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Can someone please explain how the following

$$ \textbf{F} \cdot d\textbf{s} = -dV$$

is equivalent to

$$ F_s = -\frac{\partial V}{\partial s}$$

using some intermediate steps. I don't follow this in Goldstein's text. Thanks.

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up vote 2 down vote accepted

$$\text d f(x)=f'(x)\text d x\equiv\frac{\partial f}{\partial x}\text d x.$$

The second equation you posted is of course only a component representation, the vectors in the first equation are most definately higher dimensional (3 dimensional). And so the derivative in the second equation is chosen such that it goes in the direction of the path, denoted y s. I'm afraid $F_s$ is supposed to denote the "s-component".

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Thanks, I'm beginning to get it. But why does $ds$ become a partial derivative in the second equation? – Joebevo Jul 20 '12 at 12:11
@Joebevo: It doesn't. As I said, the second equation is only the component representation of the first one: The expression $V(\vec x)$ gets evaluated to a scalar at every point $\vec x$ and $\text d V$ is considere to be the change of $V$ in the direction of the path $s$. So by the equation I posted you have $\text d V = V'(s)\text d s\equiv \frac{\partial V}{\partial s}\text d s$. Plug that into the first equation and you get the second equation - apart from the $\text d s$ (what's left is "only the component expression") and a complication that they dropped the vector notation for $F$. – NikolajK Jul 20 '12 at 12:34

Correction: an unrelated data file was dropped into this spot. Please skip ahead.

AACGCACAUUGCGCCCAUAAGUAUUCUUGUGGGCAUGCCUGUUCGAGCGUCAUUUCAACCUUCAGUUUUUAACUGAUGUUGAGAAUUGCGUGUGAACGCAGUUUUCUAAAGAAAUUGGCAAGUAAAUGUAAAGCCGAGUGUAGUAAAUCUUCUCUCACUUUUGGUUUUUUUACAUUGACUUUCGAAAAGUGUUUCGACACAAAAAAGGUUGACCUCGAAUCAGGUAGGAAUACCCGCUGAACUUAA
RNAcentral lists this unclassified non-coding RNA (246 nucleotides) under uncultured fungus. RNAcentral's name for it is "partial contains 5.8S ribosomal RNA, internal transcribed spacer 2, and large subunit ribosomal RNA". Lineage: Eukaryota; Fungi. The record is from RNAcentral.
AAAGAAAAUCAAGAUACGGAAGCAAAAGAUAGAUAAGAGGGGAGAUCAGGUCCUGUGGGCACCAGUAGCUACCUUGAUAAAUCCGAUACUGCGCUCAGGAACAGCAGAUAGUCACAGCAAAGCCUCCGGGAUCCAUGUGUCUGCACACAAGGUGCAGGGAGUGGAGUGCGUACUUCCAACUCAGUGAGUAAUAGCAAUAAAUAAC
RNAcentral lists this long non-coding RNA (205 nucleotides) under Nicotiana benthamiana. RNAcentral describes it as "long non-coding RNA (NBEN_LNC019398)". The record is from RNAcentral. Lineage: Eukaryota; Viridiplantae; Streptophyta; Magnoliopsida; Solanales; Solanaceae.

Shouldn't the equation you posted be $\text d f(x)=f'(x)\text d x\equiv\frac{df}{dx}\text d x$, since f is a function only of x? According to my knowledge, the partial derivative comes in when the function is one of multiple variables. – Joebevo Jul 21 '12 at 7:54
@Joebevo: In the link you see the definition of the exterior derivative and that it's defined with a partial one. That's the save way. But yes, it's only necessary if there are more than one variable. If there is only one variable then there is no difference. – NikolajK Jul 21 '12 at 12:17

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